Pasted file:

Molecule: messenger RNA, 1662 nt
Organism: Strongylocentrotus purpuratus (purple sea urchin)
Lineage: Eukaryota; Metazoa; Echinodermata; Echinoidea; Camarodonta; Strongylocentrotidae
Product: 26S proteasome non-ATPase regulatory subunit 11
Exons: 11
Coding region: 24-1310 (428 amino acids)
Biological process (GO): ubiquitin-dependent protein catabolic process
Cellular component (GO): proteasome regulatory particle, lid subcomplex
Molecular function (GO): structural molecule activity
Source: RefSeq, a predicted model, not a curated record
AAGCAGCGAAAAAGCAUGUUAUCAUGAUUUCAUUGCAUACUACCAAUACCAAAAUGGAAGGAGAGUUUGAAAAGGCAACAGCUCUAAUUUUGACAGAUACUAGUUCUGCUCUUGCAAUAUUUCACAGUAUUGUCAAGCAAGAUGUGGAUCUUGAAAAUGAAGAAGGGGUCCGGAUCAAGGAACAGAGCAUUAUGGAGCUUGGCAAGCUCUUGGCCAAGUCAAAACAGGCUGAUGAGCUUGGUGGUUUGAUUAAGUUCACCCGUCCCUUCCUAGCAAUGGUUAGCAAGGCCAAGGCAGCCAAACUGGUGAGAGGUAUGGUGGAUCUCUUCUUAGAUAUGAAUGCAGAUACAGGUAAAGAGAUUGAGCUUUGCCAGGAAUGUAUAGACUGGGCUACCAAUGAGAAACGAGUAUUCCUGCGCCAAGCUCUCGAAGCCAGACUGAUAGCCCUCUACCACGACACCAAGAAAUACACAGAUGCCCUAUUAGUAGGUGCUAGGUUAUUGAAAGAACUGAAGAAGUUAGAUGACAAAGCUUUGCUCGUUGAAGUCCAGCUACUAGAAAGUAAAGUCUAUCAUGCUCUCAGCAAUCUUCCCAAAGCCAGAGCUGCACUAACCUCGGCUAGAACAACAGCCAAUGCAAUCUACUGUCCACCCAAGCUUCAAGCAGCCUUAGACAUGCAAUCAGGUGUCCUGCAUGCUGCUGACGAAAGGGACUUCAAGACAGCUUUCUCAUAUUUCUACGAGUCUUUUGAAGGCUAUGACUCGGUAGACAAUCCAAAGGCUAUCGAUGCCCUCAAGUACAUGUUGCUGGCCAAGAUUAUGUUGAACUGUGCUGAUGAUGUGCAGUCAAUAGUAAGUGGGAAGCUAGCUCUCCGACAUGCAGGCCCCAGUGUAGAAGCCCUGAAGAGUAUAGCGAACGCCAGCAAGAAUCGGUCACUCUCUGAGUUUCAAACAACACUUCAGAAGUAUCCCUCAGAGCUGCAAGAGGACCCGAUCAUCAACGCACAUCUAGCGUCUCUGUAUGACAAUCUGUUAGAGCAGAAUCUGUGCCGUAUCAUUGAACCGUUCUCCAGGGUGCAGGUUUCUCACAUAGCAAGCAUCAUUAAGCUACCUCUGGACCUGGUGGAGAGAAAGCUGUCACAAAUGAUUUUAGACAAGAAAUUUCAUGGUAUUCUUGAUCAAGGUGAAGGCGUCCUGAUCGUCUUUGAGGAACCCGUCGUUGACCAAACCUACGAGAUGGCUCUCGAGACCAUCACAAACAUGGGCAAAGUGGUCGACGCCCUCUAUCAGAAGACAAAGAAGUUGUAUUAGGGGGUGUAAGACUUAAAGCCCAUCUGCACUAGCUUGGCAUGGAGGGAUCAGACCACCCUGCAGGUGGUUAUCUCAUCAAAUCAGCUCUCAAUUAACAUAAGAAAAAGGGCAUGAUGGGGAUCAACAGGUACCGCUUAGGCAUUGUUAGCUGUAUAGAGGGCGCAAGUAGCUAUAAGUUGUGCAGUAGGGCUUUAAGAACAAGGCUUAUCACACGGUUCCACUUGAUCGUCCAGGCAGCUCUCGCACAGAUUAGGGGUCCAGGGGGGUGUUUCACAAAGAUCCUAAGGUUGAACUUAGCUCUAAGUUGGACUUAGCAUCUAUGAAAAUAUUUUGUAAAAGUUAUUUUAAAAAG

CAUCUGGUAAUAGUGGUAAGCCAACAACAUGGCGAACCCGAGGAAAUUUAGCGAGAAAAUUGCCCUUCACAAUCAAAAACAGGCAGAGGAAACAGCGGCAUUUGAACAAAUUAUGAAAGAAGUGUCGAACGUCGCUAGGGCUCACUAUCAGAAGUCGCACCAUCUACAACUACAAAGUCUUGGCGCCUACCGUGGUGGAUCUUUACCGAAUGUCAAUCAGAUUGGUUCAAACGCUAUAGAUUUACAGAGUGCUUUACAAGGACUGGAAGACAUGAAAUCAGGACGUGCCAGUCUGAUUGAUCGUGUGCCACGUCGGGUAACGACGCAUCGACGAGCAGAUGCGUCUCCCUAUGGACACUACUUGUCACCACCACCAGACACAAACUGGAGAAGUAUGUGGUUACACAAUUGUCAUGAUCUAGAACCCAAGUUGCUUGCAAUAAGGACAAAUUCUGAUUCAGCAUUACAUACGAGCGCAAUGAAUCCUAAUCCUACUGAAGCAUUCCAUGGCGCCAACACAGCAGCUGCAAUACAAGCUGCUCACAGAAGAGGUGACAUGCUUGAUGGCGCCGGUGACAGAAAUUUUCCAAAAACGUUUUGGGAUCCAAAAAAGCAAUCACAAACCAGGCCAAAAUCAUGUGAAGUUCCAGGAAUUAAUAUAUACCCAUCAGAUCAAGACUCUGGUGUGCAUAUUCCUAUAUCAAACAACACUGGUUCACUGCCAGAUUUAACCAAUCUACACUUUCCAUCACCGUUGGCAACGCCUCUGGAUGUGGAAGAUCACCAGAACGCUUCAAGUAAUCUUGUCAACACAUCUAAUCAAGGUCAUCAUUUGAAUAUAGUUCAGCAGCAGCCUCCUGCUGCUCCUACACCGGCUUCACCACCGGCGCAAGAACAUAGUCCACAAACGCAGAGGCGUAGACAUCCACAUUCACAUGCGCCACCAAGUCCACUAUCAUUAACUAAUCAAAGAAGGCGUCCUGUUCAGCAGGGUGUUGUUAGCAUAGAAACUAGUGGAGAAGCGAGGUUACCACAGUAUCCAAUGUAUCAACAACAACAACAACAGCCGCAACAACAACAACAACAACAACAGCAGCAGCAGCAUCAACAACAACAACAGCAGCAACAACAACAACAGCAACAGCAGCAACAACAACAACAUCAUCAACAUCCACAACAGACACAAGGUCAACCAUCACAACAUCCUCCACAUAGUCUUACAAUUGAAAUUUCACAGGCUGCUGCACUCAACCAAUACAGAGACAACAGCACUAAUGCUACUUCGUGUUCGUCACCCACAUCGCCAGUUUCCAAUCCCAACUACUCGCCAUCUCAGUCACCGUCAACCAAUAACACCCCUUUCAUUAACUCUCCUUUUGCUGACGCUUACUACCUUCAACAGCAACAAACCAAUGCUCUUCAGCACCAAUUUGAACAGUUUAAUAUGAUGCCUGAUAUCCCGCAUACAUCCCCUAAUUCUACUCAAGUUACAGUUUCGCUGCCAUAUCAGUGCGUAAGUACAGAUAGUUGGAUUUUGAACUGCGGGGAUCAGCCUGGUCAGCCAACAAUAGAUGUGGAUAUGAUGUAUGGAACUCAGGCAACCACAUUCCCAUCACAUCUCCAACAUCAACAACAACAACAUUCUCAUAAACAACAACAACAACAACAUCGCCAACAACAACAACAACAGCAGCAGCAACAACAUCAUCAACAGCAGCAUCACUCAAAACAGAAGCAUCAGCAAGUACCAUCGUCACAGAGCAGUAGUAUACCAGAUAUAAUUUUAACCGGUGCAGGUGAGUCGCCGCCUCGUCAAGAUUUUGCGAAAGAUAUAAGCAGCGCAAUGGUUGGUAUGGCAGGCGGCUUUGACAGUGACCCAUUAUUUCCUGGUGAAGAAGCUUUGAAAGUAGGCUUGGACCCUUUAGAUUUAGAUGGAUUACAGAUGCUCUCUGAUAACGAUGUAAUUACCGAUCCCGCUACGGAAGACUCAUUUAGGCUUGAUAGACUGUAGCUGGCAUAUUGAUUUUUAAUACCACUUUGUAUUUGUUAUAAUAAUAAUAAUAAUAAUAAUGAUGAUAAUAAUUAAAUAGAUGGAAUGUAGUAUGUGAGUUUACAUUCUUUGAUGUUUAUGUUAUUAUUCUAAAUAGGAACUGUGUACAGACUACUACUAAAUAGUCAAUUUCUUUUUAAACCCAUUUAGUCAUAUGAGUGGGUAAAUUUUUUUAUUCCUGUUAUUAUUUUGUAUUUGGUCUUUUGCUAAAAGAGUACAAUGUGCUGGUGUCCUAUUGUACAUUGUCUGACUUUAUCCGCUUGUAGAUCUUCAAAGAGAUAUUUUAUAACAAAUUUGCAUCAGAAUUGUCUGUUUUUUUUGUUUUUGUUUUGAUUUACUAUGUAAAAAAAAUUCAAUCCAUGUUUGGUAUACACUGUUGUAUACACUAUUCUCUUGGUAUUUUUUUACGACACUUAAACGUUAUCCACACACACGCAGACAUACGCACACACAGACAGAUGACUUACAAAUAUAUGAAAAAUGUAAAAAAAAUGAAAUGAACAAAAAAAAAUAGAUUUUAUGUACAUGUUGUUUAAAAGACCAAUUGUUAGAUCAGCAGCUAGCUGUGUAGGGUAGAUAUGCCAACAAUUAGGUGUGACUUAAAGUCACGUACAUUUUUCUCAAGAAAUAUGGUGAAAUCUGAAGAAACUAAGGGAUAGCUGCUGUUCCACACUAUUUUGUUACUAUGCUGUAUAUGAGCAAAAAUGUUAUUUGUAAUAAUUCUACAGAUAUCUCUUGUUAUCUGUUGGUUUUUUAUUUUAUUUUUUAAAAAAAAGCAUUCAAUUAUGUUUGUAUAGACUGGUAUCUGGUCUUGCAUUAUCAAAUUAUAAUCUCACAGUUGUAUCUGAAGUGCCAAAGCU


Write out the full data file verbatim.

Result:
Molecule: messenger RNA, 1662 nt
Organism: Strongylocentrotus purpuratus (purple sea urchin)
Lineage: Eukaryota; Metazoa; Echinodermata; Echinoidea; Camarodonta; Strongylocentrotidae
Product: 26S proteasome non-ATPase regulatory subunit 11
Exons: 11
Coding region: 24-1310 (428 amino acids)
Biological process (GO): ubiquitin-dependent protein catabolic process
Cellular component (GO): proteasome regulatory particle, lid subcomplex
Molecular function (GO): structural molecule activity
Source: RefSeq, a predicted model, not a curated record
AAGCAGCGAAAAAGCAUGUUAUCAUGAUUUCAUUGCAUACUACCAAUACCAAAAUGGAAGGAGAGUUUGAAAAGGCAACAGCUCUAAUUUUGACAGAUACUAGUUCUGCUCUUGCAAUAUUUCACAGUAUUGUCAAGCAAGAUGUGGAUCUUGAAAAUGAAGAAGGGGUCCGGAUCAAGGAACAGAGCAUUAUGGAGCUUGGCAAGCUCUUGGCCAAGUCAAAACAGGCUGAUGAGCUUGGUGGUUUGAUUAAGUUCACCCGUCCCUUCCUAGCAAUGGUUAGCAAGGCCAAGGCAGCCAAACUGGUGAGAGGUAUGGUGGAUCUCUUCUUAGAUAUGAAUGCAGAUACAGGUAAAGAGAUUGAGCUUUGCCAGGAAUGUAUAGACUGGGCUACCAAUGAGAAACGAGUAUUCCUGCGCCAAGCUCUCGAAGCCAGACUGAUAGCCCUCUACCACGACACCAAGAAAUACACAGAUGCCCUAUUAGUAGGUGCUAGGUUAUUGAAAGAACUGAAGAAGUUAGAUGACAAAGCUUUGCUCGUUGAAGUCCAGCUACUAGAAAGUAAAGUCUAUCAUGCUCUCAGCAAUCUUCCCAAAGCCAGAGCUGCACUAACCUCGGCUAGAACAACAGCCAAUGCAAUCUACUGUCCACCCAAGCUUCAAGCAGCCUUAGACAUGCAAUCAGGUGUCCUGCAUGCUGCUGACGAAAGGGACUUCAAGACAGCUUUCUCAUAUUUCUACGAGUCUUUUGAAGGCUAUGACUCGGUAGACAAUCCAAAGGCUAUCGAUGCCCUCAAGUACAUGUUGCUGGCCAAGAUUAUGUUGAACUGUGCUGAUGAUGUGCAGUCAAUAGUAAGUGGGAAGCUAGCUCUCCGACAUGCAGGCCCCAGUGUAGAAGCCCUGAAGAGUAUAGCGAACGCCAGCAAGAAUCGGUCACUCUCUGAGUUUCAAACAACACUUCAGAAGUAUCCCUCAGAGCUGCAAGAGGACCCGAUCAUCAACGCACAUCUAGCGUCUCUGUAUGACAAUCUGUUAGAGCAGAAUCUGUGCCGUAUCAUUGAACCGUUCUCCAGGGUGCAGGUUUCUCACAUAGCAAGCAUCAUUAAGCUACCUCUGGACCUGGUGGAGAGAAAGCUGUCACAAAUGAUUUUAGACAAGAAAUUUCAUGGUAUUCUUGAUCAAGGUGAAGGCGUCCUGAUCGUCUUUGAGGAACCCGUCGUUGACCAAACCUACGAGAUGGCUCUCGAGACCAUCACAAACAUGGGCAAAGUGGUCGACGCCCUCUAUCAGAAGACAAAGAAGUUGUAUUAGGGGGUGUAAGACUUAAAGCCCAUCUGCACUAGCUUGGCAUGGAGGGAUCAGACCACCCUGCAGGUGGUUAUCUCAUCAAAUCAGCUCUCAAUUAACAUAAGAAAAAGGGCAUGAUGGGGAUCAACAGGUACCGCUUAGGCAUUGUUAGCUGUAUAGAGGGCGCAAGUAGCUAUAAGUUGUGCAGUAGGGCUUUAAGAACAAGGCUUAUCACACGGUUCCACUUGAUCGUCCAGGCAGCUCUCGCACAGAUUAGGGGUCCAGGGGGGUGUUUCACAAAGAUCCUAAGGUUGAACUUAGCUCUAAGUUGGACUUAGCAUCUAUGAAAAUAUUUUGUAAAAGUUAUUUUAAAAAG

CAUCUGGUAAUAGUGGUAAGCCAACAACAUGGCGAACCCGAGGAAAUUUAGCGAGAAAAUUGCCCUUCACAAUCAAAAACAGGCAGAGGAAACAGCGGCAUUUGAACAAAUUAUGAAAGAAGUGUCGAACGUCGCUAGGGCUCACUAUCAGAAGUCGCACCAUCUACAACUACAAAGUCUUGGCGCCUACCGUGGUGGAUCUUUACCGAAUGUCAAUCAGAUUGGUUCAAACGCUAUAGAUUUACAGAGUGCUUUACAAGGACUGGAAGACAUGAAAUCAGGACGUGCCAGUCUGAUUGAUCGUGUGCCACGUCGGGUAACGACGCAUCGACGAGCAGAUGCGUCUCCCUAUGGACACUACUUGUCACCACCACCAGACACAAACUGGAGAAGUAUGUGGUUACACAAUUGUCAUGAUCUAGAACCCAAGUUGCUUGCAAUAAGGACAAAUUCUGAUUCAGCAUUACAUACGAGCGCAAUGAAUCCUAAUCCUACUGAAGCAUUCCAUGGCGCCAACACAGCAGCUGCAAUACAAGCUGCUCACAGAAGAGGUGACAUGCUUGAUGGCGCCGGUGACAGAAAUUUUCCAAAAACGUUUUGGGAUCCAAAAAAGCAAUCACAAACCAGGCCAAAAUCAUGUGAAGUUCCAGGAAUUAAUAUAUACCCAUCAGAUCAAGACUCUGGUGUGCAUAUUCCUAUAUCAAACAACACUGGUUCACUGCCAGAUUUAACCAAUCUACACUUUCCAUCACCGUUGGCAACGCCUCUGGAUGUGGAAGAUCACCAGAACGCUUCAAGUAAUCUUGUCAACACAUCUAAUCAAGGUCAUCAUUUGAAUAUAGUUCAGCAGCAGCCUCCUGCUGCUCCUACACCGGCUUCACCACCGGCGCAAGAACAUAGUCCACAAACGCAGAGGCGUAGACAUCCACAUUCACAUGCGCCACCAAGUCCACUAUCAUUAACUAAUCAAAGAAGGCGUCCUGUUCAGCAGGGUGUUGUUAGCAUAGAAACUAGUGGAGAAGCGAGGUUACCACAGUAUCCAAUGUAUCAACAACAACAACAACAGCCGCAACAACAACAACAACAACAACAGCAGCAGCAGCAUCAACAACAACAACAGCAGCAACAACAACAACAGCAACAGCAGCAACAACAACAACAUCAUCAACAUCCACAACAGACACAAGGUCAACCAUCACAACAUCCUCCACAUAGUCUUACAAUUGAAAUUUCACAGGCUGCUGCACUCAACCAAUACAGAGACAACAGCACUAAUGCUACUUCGUGUUCGUCACCCACAUCGCCAGUUUCCAAUCCCAACUACUCGCCAUCUCAGUCACCGUCAACCAAUAACACCCCUUUCAUUAACUCUCCUUUUGCUGACGCUUACUACCUUCAACAGCAACAAACCAAUGCUCUUCAGCACCAAUUUGAACAGUUUAAUAUGAUGCCUGAUAUCCCGCAUACAUCCCCUAAUUCUACUCAAGUUACAGUUUCGCUGCCAUAUCAGUGCGUAAGUACAGAUAGUUGGAUUUUGAACUGCGGGGAUCAGCCUGGUCAGCCAACAAUAGAUGUGGAUAUGAUGUAUGGAACUCAGGCAACCACAUUCCCAUCACAUCUCCAACAUCAACAACAACAACAUUCUCAUAAACAACAACAACAACAACAUCGCCAACAACAACAACAACAGCAGCAGCAACAACAUCAUCAACAGCAGCAUCACUCAAAACAGAAGCAUCAGCAAGUACCAUCGUCACAGAGCAGUAGUAUACCAGAUAUAAUUUUAACCGGUGCAGGUGAGUCGCCGCCUCGUCAAGAUUUUGCGAAAGAUAUAAGCAGCGCAAUGGUUGGUAUGGCAGGCGGCUUUGACAGUGACCCAUUAUUUCCUGGUGAAGAAGCUUUGAAAGUAGGCUUGGACCCUUUAGAUUUAGAUGGAUUACAGAUGCUCUCUGAUAACGAUGUAAUUACCGAUCCCGCUACGGAAGACUCAUUUAGGCUUGAUAGACUGUAGCUGGCAUAUUGAUUUUUAAUACCACUUUGUAUUUGUUAUAAUAAUAAUAAUAAUAAUAAUGAUGAUAAUAAUUAAAUAGAUGGAAUGUAGUAUGUGAGUUUACAUUCUUUGAUGUUUAUGUUAUUAUUCUAAAUAGGAACUGUGUACAGACUACUACUAAAUAGUCAAUUUCUUUUUAAACCCAUUUAGUCAUAUGAGUGGGUAAAUUUUUUUAUUCCUGUUAUUAUUUUGUAUUUGGUCUUUUGCUAAAAGAGUACAAUGUGCUGGUGUCCUAUUGUACAUUGUCUGACUUUAUCCGCUUGUAGAUCUUCAAAGAGAUAUUUUAUAACAAAUUUGCAUCAGAAUUGUCUGUUUUUUUUGUUUUUGUUUUGAUUUACUAUGUAAAAAAAAUUCAAUCCAUGUUUGGUAUACACUGUUGUAUACACUAUUCUCUUGGUAUUUUUUUACGACACUUAAACGUUAUCCACACACACGCAGACAUACGCACACACAGACAGAUGACUUACAAAUAUAUGAAAAAUGUAAAAAAAAUGAAAUGAACAAAAAAAAAUAGAUUUUAUGUACAUGUUGUUUAAAAGACCAAUUGUUAGAUCAGCAGCUAGCUGUGUAGGGUAGAUAUGCCAACAAUUAGGUGUGACUUAAAGUCACGUACAUUUUUCUCAAGAAAUAUGGUGAAAUCUGAAGAAACUAAGGGAUAGCUGCUGUUCCACACUAUUUUGUUACUAUGCUGUAUAUGAGCAAAAAUGUUAUUUGUAAUAAUUCUACAGAUAUCUCUUGUUAUCUGUUGGUUUUUUAUUUUAUUUUUUAAAAAAAAGCAUUCAAUUAUGUUUGUAUAGACUGGUAUCUGGUCUUGCAUUAUCAAAUUAUAAUCUCACAGUUGUAUCUGAAGUGCCAAAGCU